04.19.2021 Blood-root

It’s always been Bloodroot to me, but when I checked out GoBotany it didn’t show up…these computers are so picky. So I searched the latin name…Sanguinaria canadensis, and discovered it now has a hyphen.Β  There is a plant they list as Bloodroot, but it is a totally different genus and species. So Blood-root it is. (Even spellcheck wants to lose the hyphen)

I was surprised to see an open bloom at 7 a.m. It’s just a tiny bit past fresh but still looking good. I tried a few angles and liked the slight curve of the silhouetted leaf below.

About Steve Gingold

I am a Nature Photographer with interests in all things related. Water, flowers, insects and fungi are my main interests but I am happy to photograph wildlife and landscapes and all other of Nature's subjects.
This entry was posted in Closeup Photography, Flora, macro photography, Nature Photography, Western Massachusetts, Wildflowers and tagged , , , , , , , , , , , , , , . Bookmark the permalink.

25 Responses to 04.19.2021 Blood-root

  1. I agree with you about the leaf curves. As for hyphens, the general trend in American editing over recent decades has been toward using them less, so that heartfelt has now largely replaced heart-felt. With that in mind, bloodroot seems fine for your Sanguinaria, though with botanical names specifically I do still see plenty of variation. The book I learned about rain-lilies from uses a hyphen, while some other books don’t.

    Liked by 1 person

    • GoBotany tends, I think, to alter names a bit more than most…not that I am an expert in nomenclature. But it does seem that many plants whose names I learned long ago are different on their site.

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  2. Ann Mackay says:

    The leaf curves are a lovely addition to the composition. Hyphens tend to drive me nuts because there is so much variation, even amongst the ‘authorities’. (I usually go along with the RHS here for plants but insects are more difficult for me, e.g. bee flies vs bee-flies. Argh!)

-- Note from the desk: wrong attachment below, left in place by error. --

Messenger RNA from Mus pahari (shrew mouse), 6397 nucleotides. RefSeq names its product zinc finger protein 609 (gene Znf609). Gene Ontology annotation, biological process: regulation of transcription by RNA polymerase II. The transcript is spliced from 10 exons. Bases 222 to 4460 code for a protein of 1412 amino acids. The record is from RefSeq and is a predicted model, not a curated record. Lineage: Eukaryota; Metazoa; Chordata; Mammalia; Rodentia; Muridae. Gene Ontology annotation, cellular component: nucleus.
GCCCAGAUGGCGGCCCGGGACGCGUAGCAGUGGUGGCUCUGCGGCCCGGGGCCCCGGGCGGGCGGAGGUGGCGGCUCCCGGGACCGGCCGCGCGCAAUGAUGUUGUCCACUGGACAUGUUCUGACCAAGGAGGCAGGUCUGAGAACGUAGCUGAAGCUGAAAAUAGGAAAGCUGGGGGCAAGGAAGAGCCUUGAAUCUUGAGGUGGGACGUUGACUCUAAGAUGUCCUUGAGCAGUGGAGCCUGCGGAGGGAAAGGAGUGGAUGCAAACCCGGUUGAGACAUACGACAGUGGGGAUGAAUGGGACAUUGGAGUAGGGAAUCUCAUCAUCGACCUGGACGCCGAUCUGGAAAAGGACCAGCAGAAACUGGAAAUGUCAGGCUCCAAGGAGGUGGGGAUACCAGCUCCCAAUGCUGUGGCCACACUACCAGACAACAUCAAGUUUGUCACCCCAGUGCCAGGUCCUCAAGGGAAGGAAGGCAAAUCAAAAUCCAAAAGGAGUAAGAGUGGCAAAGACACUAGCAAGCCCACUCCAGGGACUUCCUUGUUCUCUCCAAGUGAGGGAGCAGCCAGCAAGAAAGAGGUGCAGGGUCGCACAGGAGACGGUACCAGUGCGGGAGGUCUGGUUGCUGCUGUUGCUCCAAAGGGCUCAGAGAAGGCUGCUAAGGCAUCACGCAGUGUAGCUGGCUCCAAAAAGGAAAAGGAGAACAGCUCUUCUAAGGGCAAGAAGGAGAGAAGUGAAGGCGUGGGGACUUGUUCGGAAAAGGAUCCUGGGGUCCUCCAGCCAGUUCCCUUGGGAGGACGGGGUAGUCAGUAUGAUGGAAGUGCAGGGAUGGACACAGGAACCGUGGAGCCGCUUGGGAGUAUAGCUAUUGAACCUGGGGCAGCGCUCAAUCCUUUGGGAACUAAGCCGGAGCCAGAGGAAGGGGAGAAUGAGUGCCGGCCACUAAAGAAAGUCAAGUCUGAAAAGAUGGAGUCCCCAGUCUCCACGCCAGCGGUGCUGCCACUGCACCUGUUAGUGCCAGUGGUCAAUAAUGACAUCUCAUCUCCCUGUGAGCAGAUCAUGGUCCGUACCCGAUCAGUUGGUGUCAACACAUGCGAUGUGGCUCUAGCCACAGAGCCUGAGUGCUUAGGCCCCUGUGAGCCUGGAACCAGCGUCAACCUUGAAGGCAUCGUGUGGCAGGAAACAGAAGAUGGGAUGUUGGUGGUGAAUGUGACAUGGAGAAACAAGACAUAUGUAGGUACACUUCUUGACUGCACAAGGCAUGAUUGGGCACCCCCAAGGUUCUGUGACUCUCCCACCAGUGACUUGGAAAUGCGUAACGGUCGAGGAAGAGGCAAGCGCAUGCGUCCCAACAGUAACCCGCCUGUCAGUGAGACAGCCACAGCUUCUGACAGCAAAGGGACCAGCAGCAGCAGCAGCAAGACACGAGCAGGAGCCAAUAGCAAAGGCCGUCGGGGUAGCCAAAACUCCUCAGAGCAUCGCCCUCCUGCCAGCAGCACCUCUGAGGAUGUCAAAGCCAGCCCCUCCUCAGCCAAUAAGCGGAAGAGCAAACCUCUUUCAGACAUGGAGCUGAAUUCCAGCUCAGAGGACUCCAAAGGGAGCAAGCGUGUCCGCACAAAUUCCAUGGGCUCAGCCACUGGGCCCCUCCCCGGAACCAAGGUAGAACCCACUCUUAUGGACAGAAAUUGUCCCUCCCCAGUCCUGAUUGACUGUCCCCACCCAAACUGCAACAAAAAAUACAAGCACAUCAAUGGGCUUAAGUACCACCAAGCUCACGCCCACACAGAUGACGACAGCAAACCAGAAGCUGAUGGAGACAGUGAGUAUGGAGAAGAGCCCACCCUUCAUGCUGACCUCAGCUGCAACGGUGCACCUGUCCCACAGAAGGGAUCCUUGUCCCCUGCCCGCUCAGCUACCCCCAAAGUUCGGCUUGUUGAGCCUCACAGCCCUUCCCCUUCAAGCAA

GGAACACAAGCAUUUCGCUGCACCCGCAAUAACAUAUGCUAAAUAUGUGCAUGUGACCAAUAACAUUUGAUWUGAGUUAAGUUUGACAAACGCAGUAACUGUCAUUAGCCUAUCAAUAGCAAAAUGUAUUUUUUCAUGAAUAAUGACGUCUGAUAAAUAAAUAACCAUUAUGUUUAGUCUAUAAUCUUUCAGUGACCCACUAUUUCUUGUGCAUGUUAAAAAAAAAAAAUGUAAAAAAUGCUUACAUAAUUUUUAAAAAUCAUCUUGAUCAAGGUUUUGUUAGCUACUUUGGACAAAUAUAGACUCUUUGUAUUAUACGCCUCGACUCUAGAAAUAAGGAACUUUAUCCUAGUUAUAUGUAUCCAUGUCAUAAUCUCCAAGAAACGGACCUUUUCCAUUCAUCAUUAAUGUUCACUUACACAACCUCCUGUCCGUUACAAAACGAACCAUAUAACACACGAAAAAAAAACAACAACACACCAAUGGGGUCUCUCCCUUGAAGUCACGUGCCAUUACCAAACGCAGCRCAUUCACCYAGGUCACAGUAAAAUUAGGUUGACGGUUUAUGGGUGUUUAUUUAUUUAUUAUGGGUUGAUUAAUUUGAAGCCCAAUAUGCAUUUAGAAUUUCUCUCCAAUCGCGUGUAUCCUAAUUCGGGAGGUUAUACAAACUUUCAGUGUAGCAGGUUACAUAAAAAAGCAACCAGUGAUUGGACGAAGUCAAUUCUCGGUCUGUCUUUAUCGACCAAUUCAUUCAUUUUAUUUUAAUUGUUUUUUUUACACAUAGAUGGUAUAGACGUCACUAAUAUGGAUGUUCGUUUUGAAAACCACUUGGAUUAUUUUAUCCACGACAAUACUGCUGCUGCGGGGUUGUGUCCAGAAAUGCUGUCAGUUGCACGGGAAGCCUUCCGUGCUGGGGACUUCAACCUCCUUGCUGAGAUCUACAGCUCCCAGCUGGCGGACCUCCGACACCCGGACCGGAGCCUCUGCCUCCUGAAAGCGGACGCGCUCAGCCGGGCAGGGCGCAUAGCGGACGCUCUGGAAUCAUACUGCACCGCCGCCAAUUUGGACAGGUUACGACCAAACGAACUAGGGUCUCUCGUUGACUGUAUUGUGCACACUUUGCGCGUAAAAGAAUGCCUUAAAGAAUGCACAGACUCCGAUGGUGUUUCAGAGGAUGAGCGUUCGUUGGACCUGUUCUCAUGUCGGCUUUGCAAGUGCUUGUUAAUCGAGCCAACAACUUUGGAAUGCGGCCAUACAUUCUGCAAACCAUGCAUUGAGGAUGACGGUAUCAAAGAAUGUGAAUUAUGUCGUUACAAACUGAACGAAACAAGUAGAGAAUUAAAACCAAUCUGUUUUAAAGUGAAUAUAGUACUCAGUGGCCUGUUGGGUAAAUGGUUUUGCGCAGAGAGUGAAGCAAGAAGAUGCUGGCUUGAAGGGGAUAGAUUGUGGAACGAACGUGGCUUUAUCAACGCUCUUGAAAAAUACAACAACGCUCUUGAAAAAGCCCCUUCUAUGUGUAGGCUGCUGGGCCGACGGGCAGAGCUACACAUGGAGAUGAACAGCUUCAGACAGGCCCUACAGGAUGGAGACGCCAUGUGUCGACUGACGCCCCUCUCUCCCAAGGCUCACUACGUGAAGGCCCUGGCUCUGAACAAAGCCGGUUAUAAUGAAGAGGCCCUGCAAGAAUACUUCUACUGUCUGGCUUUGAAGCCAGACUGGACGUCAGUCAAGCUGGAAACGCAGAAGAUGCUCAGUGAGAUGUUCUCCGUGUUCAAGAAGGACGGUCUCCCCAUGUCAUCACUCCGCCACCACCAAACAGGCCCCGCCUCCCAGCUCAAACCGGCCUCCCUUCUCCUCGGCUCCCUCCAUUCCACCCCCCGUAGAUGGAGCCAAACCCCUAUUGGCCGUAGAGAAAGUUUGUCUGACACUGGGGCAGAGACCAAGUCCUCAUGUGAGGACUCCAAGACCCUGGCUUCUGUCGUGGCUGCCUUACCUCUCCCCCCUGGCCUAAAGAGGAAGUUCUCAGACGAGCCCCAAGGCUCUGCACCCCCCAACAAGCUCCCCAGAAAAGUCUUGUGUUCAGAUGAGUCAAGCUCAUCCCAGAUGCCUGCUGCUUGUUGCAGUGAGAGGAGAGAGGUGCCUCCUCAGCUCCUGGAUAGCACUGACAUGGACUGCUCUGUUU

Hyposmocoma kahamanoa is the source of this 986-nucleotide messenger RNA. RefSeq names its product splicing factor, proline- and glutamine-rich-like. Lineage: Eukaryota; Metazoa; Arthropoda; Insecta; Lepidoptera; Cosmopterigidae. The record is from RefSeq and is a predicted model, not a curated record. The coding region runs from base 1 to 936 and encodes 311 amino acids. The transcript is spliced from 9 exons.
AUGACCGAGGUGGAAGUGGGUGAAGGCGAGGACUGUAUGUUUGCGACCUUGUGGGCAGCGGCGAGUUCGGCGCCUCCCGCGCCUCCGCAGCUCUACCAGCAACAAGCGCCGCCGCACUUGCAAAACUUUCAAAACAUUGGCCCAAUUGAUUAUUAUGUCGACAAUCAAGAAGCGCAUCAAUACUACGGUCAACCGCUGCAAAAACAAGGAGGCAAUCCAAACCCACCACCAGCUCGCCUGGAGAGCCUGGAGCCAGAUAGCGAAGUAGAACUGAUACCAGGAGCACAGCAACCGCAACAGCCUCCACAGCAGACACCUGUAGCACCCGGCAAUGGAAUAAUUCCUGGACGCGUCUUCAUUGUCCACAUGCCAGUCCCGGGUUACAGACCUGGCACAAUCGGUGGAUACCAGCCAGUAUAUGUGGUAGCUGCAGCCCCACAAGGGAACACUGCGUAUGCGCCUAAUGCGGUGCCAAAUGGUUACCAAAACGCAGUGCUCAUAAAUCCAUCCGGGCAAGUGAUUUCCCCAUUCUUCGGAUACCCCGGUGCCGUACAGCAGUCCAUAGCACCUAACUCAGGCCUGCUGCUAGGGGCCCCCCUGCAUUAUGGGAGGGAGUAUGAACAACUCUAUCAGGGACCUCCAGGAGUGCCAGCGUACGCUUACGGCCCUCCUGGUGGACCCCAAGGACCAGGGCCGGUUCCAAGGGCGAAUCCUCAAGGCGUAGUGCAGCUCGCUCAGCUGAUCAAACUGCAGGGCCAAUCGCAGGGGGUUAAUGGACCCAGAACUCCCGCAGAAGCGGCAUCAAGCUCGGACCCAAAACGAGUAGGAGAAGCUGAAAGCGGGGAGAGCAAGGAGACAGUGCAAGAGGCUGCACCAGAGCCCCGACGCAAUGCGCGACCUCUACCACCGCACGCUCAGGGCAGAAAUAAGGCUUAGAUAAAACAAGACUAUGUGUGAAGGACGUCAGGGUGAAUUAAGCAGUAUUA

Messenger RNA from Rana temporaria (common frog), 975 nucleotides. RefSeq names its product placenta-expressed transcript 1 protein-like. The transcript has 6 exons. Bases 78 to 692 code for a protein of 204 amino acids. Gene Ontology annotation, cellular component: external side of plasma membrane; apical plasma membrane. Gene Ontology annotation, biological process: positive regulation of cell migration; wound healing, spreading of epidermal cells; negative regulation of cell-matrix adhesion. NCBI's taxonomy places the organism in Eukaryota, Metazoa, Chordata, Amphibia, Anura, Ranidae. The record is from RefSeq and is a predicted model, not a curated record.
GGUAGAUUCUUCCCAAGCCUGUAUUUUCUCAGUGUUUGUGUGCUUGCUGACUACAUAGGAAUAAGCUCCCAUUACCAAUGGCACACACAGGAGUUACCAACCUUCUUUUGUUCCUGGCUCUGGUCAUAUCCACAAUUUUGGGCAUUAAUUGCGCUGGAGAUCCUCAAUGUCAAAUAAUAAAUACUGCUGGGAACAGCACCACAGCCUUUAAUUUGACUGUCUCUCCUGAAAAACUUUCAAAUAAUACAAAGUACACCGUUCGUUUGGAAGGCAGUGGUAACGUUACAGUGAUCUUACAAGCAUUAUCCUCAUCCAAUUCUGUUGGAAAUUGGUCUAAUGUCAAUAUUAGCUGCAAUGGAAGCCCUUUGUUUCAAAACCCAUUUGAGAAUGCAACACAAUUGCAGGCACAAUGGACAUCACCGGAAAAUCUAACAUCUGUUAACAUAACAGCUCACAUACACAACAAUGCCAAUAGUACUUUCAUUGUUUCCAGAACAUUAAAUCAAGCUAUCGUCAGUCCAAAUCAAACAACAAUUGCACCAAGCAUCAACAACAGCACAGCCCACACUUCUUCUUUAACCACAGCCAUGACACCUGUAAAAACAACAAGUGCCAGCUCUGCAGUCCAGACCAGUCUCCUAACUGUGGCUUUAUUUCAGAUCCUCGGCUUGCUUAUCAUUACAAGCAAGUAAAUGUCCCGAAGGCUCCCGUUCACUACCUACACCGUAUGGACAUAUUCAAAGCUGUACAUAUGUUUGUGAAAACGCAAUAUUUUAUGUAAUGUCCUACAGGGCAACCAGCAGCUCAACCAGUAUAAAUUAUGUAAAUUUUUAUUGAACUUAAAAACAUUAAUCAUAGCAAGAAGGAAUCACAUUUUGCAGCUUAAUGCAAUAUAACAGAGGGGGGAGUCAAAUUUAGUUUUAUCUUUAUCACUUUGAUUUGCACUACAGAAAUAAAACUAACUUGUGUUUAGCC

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  3. Eliza Waters says:

    Their bloom time is so short… a week and then they are gone, all except their fabulously-veined leaves.

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  4. Peter Klopp says:

    Whether it is the right name or the correct hyphen or anything else, I do not really care. All I know is that you captured a most beautiful flower, Steve.

    Liked by 1 person

  5. It’s a scroll-stoppingly beautiful photograph, Steve.

    Liked by 1 person

  6. M.B. Henry says:

    We had a lot of those in the woods near where I grew up πŸ™‚

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  7. shoreacres says:

    Odd. I couldn’t find any other site using a hyphen for the name of this flower. It doesn’t matter to me — I just enjoy seeing it, and you’ve portrayed it wonderfully well.

    Liked by 1 person

  8. Todd Henson says:

    What a beautiful floral portrait. I agree about the curve below working well. I wonder if this is a recent name change? I’ve seen similar things happen (thankfully rarely) with bird species, where whatever body is considered the international namer decided to shift names for one reason or another, often because of mounting scientific evidence related to the species. But just the addition of a hyphen… interesting. πŸ™‚

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  9. Very Nice Steve! Great image!

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  10. Wonderful detail in the petals!

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  11. bluebrightly says:

    I remember it as Bloodroot too but oh, there are so many changes these days! This little plant is most charming to me when its veiny leaves are tightly clasped around the stem – I love that. I remember you photographed it that way in the past, I think.

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